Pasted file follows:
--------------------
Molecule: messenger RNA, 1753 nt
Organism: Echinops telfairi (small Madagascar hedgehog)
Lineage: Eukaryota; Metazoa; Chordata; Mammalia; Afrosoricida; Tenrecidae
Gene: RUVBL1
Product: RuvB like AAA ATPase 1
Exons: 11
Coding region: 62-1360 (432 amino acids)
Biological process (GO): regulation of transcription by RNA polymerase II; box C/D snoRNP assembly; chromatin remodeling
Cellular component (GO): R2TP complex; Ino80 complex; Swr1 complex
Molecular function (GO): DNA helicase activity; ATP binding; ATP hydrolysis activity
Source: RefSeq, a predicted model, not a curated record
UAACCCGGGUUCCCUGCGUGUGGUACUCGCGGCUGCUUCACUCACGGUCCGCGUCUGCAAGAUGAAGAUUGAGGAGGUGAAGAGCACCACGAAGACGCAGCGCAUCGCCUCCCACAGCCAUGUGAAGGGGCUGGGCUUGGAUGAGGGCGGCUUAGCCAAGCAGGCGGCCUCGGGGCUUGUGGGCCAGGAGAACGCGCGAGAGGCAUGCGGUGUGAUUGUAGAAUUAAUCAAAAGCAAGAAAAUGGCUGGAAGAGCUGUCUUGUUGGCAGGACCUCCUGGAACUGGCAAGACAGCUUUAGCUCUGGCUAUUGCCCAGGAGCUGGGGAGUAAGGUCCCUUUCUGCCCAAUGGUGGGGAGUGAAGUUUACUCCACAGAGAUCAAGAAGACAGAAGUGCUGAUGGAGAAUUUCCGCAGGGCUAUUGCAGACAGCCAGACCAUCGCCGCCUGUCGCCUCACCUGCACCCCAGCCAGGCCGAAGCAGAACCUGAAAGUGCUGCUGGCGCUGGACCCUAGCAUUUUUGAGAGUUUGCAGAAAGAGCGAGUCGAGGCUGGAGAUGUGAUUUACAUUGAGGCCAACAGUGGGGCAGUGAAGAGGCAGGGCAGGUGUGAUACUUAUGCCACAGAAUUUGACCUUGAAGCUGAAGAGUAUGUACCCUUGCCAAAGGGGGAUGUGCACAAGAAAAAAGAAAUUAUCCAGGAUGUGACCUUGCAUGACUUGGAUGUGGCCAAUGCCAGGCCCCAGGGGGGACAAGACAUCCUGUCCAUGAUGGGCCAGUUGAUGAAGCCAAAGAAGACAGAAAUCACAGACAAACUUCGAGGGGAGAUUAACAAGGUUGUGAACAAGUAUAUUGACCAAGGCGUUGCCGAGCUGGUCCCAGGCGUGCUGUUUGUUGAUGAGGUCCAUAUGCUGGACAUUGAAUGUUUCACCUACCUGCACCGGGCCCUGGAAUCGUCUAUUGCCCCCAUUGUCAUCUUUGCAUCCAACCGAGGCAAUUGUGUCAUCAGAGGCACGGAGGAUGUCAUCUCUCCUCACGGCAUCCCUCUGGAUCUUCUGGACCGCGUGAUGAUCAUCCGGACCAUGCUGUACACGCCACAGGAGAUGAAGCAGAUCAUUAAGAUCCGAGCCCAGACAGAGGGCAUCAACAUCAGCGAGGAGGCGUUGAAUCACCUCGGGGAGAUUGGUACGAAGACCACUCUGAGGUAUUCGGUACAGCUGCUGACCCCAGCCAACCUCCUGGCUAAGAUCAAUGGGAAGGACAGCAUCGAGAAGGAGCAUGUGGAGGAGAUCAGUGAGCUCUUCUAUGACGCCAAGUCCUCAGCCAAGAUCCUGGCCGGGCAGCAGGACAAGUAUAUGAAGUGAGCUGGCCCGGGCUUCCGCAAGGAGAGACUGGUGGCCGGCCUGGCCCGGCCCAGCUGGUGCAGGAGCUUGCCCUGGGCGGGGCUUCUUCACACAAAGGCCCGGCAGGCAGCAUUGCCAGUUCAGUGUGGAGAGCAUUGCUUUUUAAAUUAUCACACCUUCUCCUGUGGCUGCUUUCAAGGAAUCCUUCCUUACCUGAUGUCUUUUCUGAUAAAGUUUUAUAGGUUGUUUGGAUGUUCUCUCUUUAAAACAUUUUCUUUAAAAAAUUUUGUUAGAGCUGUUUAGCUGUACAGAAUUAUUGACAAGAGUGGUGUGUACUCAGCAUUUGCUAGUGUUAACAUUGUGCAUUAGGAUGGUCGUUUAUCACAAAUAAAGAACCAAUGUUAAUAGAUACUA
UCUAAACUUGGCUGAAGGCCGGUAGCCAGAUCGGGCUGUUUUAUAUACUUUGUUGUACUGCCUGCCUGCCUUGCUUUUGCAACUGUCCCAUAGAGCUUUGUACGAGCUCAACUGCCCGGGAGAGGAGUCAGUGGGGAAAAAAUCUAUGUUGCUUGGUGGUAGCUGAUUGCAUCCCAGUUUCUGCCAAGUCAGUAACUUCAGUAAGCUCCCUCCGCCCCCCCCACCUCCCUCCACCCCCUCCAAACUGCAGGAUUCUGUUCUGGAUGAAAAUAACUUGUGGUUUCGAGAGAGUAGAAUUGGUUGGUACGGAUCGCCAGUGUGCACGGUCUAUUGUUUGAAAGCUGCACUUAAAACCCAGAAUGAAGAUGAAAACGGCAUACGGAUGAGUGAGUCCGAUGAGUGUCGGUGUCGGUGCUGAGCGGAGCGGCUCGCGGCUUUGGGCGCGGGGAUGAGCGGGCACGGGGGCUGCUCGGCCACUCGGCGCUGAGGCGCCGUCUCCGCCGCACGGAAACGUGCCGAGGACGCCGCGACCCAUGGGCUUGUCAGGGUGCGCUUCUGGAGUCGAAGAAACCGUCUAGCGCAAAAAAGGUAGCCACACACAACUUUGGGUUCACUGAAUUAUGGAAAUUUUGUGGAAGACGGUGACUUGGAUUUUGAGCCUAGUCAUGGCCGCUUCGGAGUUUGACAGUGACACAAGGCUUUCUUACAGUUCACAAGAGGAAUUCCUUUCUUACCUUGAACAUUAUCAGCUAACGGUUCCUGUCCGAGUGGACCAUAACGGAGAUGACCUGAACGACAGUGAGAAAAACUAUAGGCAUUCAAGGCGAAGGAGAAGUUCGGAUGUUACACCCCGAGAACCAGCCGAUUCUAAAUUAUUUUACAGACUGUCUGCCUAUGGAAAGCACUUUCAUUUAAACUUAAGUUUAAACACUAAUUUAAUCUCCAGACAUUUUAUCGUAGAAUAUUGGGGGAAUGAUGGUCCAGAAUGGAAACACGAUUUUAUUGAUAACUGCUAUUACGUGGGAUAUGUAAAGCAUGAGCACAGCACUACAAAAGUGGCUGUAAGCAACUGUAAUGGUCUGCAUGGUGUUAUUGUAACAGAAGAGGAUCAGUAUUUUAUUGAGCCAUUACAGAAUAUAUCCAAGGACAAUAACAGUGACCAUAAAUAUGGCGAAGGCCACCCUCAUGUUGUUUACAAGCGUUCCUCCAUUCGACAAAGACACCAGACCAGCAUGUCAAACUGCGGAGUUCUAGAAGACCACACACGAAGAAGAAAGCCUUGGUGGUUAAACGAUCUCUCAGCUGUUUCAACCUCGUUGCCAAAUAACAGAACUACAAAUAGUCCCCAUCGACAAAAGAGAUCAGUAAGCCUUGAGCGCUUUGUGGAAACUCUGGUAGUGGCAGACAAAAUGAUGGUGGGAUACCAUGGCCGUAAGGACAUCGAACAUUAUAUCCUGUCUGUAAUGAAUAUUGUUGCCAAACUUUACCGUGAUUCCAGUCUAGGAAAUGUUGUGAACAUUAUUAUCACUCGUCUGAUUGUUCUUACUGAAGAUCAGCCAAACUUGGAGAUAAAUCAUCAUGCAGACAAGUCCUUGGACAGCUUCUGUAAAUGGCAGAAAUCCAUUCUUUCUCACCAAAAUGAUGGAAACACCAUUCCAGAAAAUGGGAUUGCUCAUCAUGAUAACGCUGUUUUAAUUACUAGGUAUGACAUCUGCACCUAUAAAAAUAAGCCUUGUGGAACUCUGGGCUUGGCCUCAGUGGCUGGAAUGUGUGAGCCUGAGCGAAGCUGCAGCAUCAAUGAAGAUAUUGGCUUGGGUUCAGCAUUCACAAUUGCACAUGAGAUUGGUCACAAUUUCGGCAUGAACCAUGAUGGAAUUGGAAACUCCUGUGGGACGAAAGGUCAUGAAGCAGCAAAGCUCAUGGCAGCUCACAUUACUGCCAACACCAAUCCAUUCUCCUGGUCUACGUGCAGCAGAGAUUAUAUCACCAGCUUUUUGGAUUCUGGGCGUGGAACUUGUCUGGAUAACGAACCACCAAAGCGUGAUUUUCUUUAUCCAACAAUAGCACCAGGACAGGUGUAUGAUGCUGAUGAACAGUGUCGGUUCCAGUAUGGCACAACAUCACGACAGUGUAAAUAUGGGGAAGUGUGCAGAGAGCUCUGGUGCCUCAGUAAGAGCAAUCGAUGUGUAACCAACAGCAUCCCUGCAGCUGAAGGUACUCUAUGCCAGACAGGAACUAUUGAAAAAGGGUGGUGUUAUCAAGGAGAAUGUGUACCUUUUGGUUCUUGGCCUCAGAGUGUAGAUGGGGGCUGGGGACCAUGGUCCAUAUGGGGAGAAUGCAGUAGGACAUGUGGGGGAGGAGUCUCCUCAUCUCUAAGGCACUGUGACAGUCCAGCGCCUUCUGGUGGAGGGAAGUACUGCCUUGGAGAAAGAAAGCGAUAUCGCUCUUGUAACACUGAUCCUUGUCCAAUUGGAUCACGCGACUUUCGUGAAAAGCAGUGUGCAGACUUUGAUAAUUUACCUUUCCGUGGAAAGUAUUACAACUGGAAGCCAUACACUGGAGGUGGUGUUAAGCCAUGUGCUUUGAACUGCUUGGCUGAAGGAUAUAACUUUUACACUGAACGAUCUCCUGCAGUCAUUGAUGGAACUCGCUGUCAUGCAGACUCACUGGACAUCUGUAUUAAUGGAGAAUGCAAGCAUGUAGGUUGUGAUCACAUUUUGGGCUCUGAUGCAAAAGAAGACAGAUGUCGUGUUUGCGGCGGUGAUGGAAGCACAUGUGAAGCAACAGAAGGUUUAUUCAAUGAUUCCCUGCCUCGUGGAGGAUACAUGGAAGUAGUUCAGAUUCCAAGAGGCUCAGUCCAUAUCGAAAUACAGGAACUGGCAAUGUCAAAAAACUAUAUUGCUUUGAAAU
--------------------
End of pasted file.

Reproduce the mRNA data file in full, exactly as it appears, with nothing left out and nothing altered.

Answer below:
Molecule: messenger RNA, 1753 nt
Organism: Echinops telfairi (small Madagascar hedgehog)
Lineage: Eukaryota; Metazoa; Chordata; Mammalia; Afrosoricida; Tenrecidae
Gene: RUVBL1
Product: RuvB like AAA ATPase 1
Exons: 11
Coding region: 62-1360 (432 amino acids)
Biological process (GO): regulation of transcription by RNA polymerase II; box C/D snoRNP assembly; chromatin remodeling
Cellular component (GO): R2TP complex; Ino80 complex; Swr1 complex
Molecular function (GO): DNA helicase activity; ATP binding; ATP hydrolysis activity
Source: RefSeq, a predicted model, not a curated record
UAACCCGGGUUCCCUGCGUGUGGUACUCGCGGCUGCUUCACUCACGGUCCGCGUCUGCAAGAUGAAGAUUGAGGAGGUGAAGAGCACCACGAAGACGCAGCGCAUCGCCUCCCACAGCCAUGUGAAGGGGCUGGGCUUGGAUGAGGGCGGCUUAGCCAAGCAGGCGGCCUCGGGGCUUGUGGGCCAGGAGAACGCGCGAGAGGCAUGCGGUGUGAUUGUAGAAUUAAUCAAAAGCAAGAAAAUGGCUGGAAGAGCUGUCUUGUUGGCAGGACCUCCUGGAACUGGCAAGACAGCUUUAGCUCUGGCUAUUGCCCAGGAGCUGGGGAGUAAGGUCCCUUUCUGCCCAAUGGUGGGGAGUGAAGUUUACUCCACAGAGAUCAAGAAGACAGAAGUGCUGAUGGAGAAUUUCCGCAGGGCUAUUGCAGACAGCCAGACCAUCGCCGCCUGUCGCCUCACCUGCACCCCAGCCAGGCCGAAGCAGAACCUGAAAGUGCUGCUGGCGCUGGACCCUAGCAUUUUUGAGAGUUUGCAGAAAGAGCGAGUCGAGGCUGGAGAUGUGAUUUACAUUGAGGCCAACAGUGGGGCAGUGAAGAGGCAGGGCAGGUGUGAUACUUAUGCCACAGAAUUUGACCUUGAAGCUGAAGAGUAUGUACCCUUGCCAAAGGGGGAUGUGCACAAGAAAAAAGAAAUUAUCCAGGAUGUGACCUUGCAUGACUUGGAUGUGGCCAAUGCCAGGCCCCAGGGGGGACAAGACAUCCUGUCCAUGAUGGGCCAGUUGAUGAAGCCAAAGAAGACAGAAAUCACAGACAAACUUCGAGGGGAGAUUAACAAGGUUGUGAACAAGUAUAUUGACCAAGGCGUUGCCGAGCUGGUCCCAGGCGUGCUGUUUGUUGAUGAGGUCCAUAUGCUGGACAUUGAAUGUUUCACCUACCUGCACCGGGCCCUGGAAUCGUCUAUUGCCCCCAUUGUCAUCUUUGCAUCCAACCGAGGCAAUUGUGUCAUCAGAGGCACGGAGGAUGUCAUCUCUCCUCACGGCAUCCCUCUGGAUCUUCUGGACCGCGUGAUGAUCAUCCGGACCAUGCUGUACACGCCACAGGAGAUGAAGCAGAUCAUUAAGAUCCGAGCCCAGACAGAGGGCAUCAACAUCAGCGAGGAGGCGUUGAAUCACCUCGGGGAGAUUGGUACGAAGACCACUCUGAGGUAUUCGGUACAGCUGCUGACCCCAGCCAACCUCCUGGCUAAGAUCAAUGGGAAGGACAGCAUCGAGAAGGAGCAUGUGGAGGAGAUCAGUGAGCUCUUCUAUGACGCCAAGUCCUCAGCCAAGAUCCUGGCCGGGCAGCAGGACAAGUAUAUGAAGUGAGCUGGCCCGGGCUUCCGCAAGGAGAGACUGGUGGCCGGCCUGGCCCGGCCCAGCUGGUGCAGGAGCUUGCCCUGGGCGGGGCUUCUUCACACAAAGGCCCGGCAGGCAGCAUUGCCAGUUCAGUGUGGAGAGCAUUGCUUUUUAAAUUAUCACACCUUCUCCUGUGGCUGCUUUCAAGGAAUCCUUCCUUACCUGAUGUCUUUUCUGAUAAAGUUUUAUAGGUUGUUUGGAUGUUCUCUCUUUAAAACAUUUUCUUUAAAAAAUUUUGUUAGAGCUGUUUAGCUGUACAGAAUUAUUGACAAGAGUGGUGUGUACUCAGCAUUUGCUAGUGUUAACAUUGUGCAUUAGGAUGGUCGUUUAUCACAAAUAAAGAACCAAUGUUAAUAGAUACUA
UCUAAACUUGGCUGAAGGCCGGUAGCCAGAUCGGGCUGUUUUAUAUACUUUGUUGUACUGCCUGCCUGCCUUGCUUUUGCAACUGUCCCAUAGAGCUUUGUACGAGCUCAACUGCCCGGGAGAGGAGUCAGUGGGGAAAAAAUCUAUGUUGCUUGGUGGUAGCUGAUUGCAUCCCAGUUUCUGCCAAGUCAGUAACUUCAGUAAGCUCCCUCCGCCCCCCCCACCUCCCUCCACCCCCUCCAAACUGCAGGAUUCUGUUCUGGAUGAAAAUAACUUGUGGUUUCGAGAGAGUAGAAUUGGUUGGUACGGAUCGCCAGUGUGCACGGUCUAUUGUUUGAAAGCUGCACUUAAAACCCAGAAUGAAGAUGAAAACGGCAUACGGAUGAGUGAGUCCGAUGAGUGUCGGUGUCGGUGCUGAGCGGAGCGGCUCGCGGCUUUGGGCGCGGGGAUGAGCGGGCACGGGGGCUGCUCGGCCACUCGGCGCUGAGGCGCCGUCUCCGCCGCACGGAAACGUGCCGAGGACGCCGCGACCCAUGGGCUUGUCAGGGUGCGCUUCUGGAGUCGAAGAAACCGUCUAGCGCAAAAAAGGUAGCCACACACAACUUUGGGUUCACUGAAUUAUGGAAAUUUUGUGGAAGACGGUGACUUGGAUUUUGAGCCUAGUCAUGGCCGCUUCGGAGUUUGACAGUGACACAAGGCUUUCUUACAGUUCACAAGAGGAAUUCCUUUCUUACCUUGAACAUUAUCAGCUAACGGUUCCUGUCCGAGUGGACCAUAACGGAGAUGACCUGAACGACAGUGAGAAAAACUAUAGGCAUUCAAGGCGAAGGAGAAGUUCGGAUGUUACACCCCGAGAACCAGCCGAUUCUAAAUUAUUUUACAGACUGUCUGCCUAUGGAAAGCACUUUCAUUUAAACUUAAGUUUAAACACUAAUUUAAUCUCCAGACAUUUUAUCGUAGAAUAUUGGGGGAAUGAUGGUCCAGAAUGGAAACACGAUUUUAUUGAUAACUGCUAUUACGUGGGAUAUGUAAAGCAUGAGCACAGCACUACAAAAGUGGCUGUAAGCAACUGUAAUGGUCUGCAUGGUGUUAUUGUAACAGAAGAGGAUCAGUAUUUUAUUGAGCCAUUACAGAAUAUAUCCAAGGACAAUAACAGUGACCAUAAAUAUGGCGAAGGCCACCCUCAUGUUGUUUACAAGCGUUCCUCCAUUCGACAAAGACACCAGACCAGCAUGUCAAACUGCGGAGUUCUAGAAGACCACACACGAAGAAGAAAGCCUUGGUGGUUAAACGAUCUCUCAGCUGUUUCAACCUCGUUGCCAAAUAACAGAACUACAAAUAGUCCCCAUCGACAAAAGAGAUCAGUAAGCCUUGAGCGCUUUGUGGAAACUCUGGUAGUGGCAGACAAAAUGAUGGUGGGAUACCAUGGCCGUAAGGACAUCGAACAUUAUAUCCUGUCUGUAAUGAAUAUUGUUGCCAAACUUUACCGUGAUUCCAGUCUAGGAAAUGUUGUGAACAUUAUUAUCACUCGUCUGAUUGUUCUUACUGAAGAUCAGCCAAACUUGGAGAUAAAUCAUCAUGCAGACAAGUCCUUGGACAGCUUCUGUAAAUGGCAGAAAUCCAUUCUUUCUCACCAAAAUGAUGGAAACACCAUUCCAGAAAAUGGGAUUGCUCAUCAUGAUAACGCUGUUUUAAUUACUAGGUAUGACAUCUGCACCUAUAAAAAUAAGCCUUGUGGAACUCUGGGCUUGGCCUCAGUGGCUGGAAUGUGUGAGCCUGAGCGAAGCUGCAGCAUCAAUGAAGAUAUUGGCUUGGGUUCAGCAUUCACAAUUGCACAUGAGAUUGGUCACAAUUUCGGCAUGAACCAUGAUGGAAUUGGAAACUCCUGUGGGACGAAAGGUCAUGAAGCAGCAAAGCUCAUGGCAGCUCACAUUACUGCCAACACCAAUCCAUUCUCCUGGUCUACGUGCAGCAGAGAUUAUAUCACCAGCUUUUUGGAUUCUGGGCGUGGAACUUGUCUGGAUAACGAACCACCAAAGCGUGAUUUUCUUUAUCCAACAAUAGCACCAGGACAGGUGUAUGAUGCUGAUGAACAGUGUCGGUUCCAGUAUGGCACAACAUCACGACAGUGUAAAUAUGGGGAAGUGUGCAGAGAGCUCUGGUGCCUCAGUAAGAGCAAUCGAUGUGUAACCAACAGCAUCCCUGCAGCUGAAGGUACUCUAUGCCAGACAGGAACUAUUGAAAAAGGGUGGUGUUAUCAAGGAGAAUGUGUACCUUUUGGUUCUUGGCCUCAGAGUGUAGAUGGGGGCUGGGGACCAUGGUCCAUAUGGGGAGAAUGCAGUAGGACAUGUGGGGGAGGAGUCUCCUCAUCUCUAAGGCACUGUGACAGUCCAGCGCCUUCUGGUGGAGGGAAGUACUGCCUUGGAGAAAGAAAGCGAUAUCGCUCUUGUAACACUGAUCCUUGUCCAAUUGGAUCACGCGACUUUCGUGAAAAGCAGUGUGCAGACUUUGAUAAUUUACCUUUCCGUGGAAAGUAUUACAACUGGAAGCCAUACACUGGAGGUGGUGUUAAGCCAUGUGCUUUGAACUGCUUGGCUGAAGGAUAUAACUUUUACACUGAACGAUCUCCUGCAGUCAUUGAUGGAACUCGCUGUCAUGCAGACUCACUGGACAUCUGUAUUAAUGGAGAAUGCAAGCAUGUAGGUUGUGAUCACAUUUUGGGCUCUGAUGCAAAAGAAGACAGAUGUCGUGUUUGCGGCGGUGAUGGAAGCACAUGUGAAGCAACAGAAGGUUUAUUCAAUGAUUCCCUGCCUCGUGGAGGAUACAUGGAAGUAGUUCAGAUUCCAAGAGGCUCAGUCCAUAUCGAAAUACAGGAACUGGCAAUGUCAAAAAACUAUAUUGCUUUGAAAU